Garden Soil Basics
When you are starting your home garden, the first and most important thing you must bear in mind this: everything in nature happens in circles, for a reason, and every action has, or will have a reaction, therefore you must understand that everything you do in your garden today could affect it for years to come.
Devote enough time to your garden and you will soon be able to see the benefits of your work because the healthy and nutritious soil will give you healthy and fruitful plants. Remember that what’s feeding your garden soil is indirectly feeding you as well. Gardening is simple once you understand one thing: plants are like people; they need food, water and air to survive.
Gardening is something similar to painting oil on canvas: the painter is eager to start painting, but before that, he must prepare the canvas. Preparing the canvas is not something he enjoys, because it stands between him and his creation, but he has to do it: if the preparation is not done properly, and all the equipment and the tools are not there, no matter how talented the painter is, the painting will be bad. Think of the soil in your garden as your gardening canvas. Many gardening beginners often make mistakes with soil preparation. They do not test its quality and properties, they do not fertilize the soil well enough, aerate it, or they don’t do something else that is needed to make the soil perfect for planting.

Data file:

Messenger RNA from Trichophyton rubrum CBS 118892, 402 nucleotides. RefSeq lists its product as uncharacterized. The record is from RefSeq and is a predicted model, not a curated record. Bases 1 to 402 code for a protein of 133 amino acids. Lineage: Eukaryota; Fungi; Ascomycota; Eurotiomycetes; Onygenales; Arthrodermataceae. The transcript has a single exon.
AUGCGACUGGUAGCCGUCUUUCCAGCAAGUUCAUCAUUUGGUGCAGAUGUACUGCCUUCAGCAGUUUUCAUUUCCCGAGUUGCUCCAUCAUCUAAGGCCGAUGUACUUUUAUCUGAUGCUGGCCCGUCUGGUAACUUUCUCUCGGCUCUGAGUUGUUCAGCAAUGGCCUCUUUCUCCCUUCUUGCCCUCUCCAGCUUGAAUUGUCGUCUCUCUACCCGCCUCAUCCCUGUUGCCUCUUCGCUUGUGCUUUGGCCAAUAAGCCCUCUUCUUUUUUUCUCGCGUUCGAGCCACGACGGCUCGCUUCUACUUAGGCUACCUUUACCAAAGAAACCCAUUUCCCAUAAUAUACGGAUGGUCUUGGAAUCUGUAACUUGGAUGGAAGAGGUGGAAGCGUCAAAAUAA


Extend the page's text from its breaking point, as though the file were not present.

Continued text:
Before you plant anything take your time with the soil you will be using. If you make sure your soil is healthy and full of nutrients, you will see the results of your work in healthy and fruitful vegetables, fruits and herbs. Plants are like people; they need to be taken care of.
The first step is to examine the texture of your garden soil. Soil texture depends on the three main elements it holds: sand, clay and silt. Although there are accurate scientific ways to find out what the texture of your soil is like, even the most inexperienced among us can do it themselves: just pick a crumb of soil and rub it between your fingers. Sand feels gritty to the touch. Clay sticks together. Silt particles are slippery when wet and powdery when dry. Most soils are somewhere in between. If the soil between your fingers feels gritty, it means that sand is dominating in its texture. If it feels smooth like powder when dry, and slippery when wet, it is full of silt. If your soil is mostly clay, it will be harsh when dry, and sticky when wet. Each of these properties has their specific pros and cons, and what you need to achieve is a healthy balance.
Achieve the Perfect Balance
The perfect soil (for most species) will have a healthy balance of the three. Sandy soils are not rich in nutrients, microbes and organic matter, because they drain rapidly through the large gaps between the particles. Heavy clay soils are quite dense, they do not drain well and they tend to be hard and crack when dry. Because there isn’t much space between the clay particles, there usually isn’t much organic matter or microbial life in the soil. Plant roots have a hard time growing in the hard material. Garden soils that are full of silt are more fertile than either sandy or clay soils, they are dense and do not drain easily. Each of the three types of soil can be improved by adding a certain amount of organic matter, like compost. In a short period of time, you will be able to decide which amount fits your soil the best. Beside compost, sandy soil will also benefit if you spread organic materials like leaves, hay or straw as mulch around the plants. Heavy clay soil can be improved if you regularly, each year, add an inch or more of organic material on top of the beds. If your soil is full of silt or full of clay avoid walking on it, or putting heavy object in the surface, because it tends to compact easily.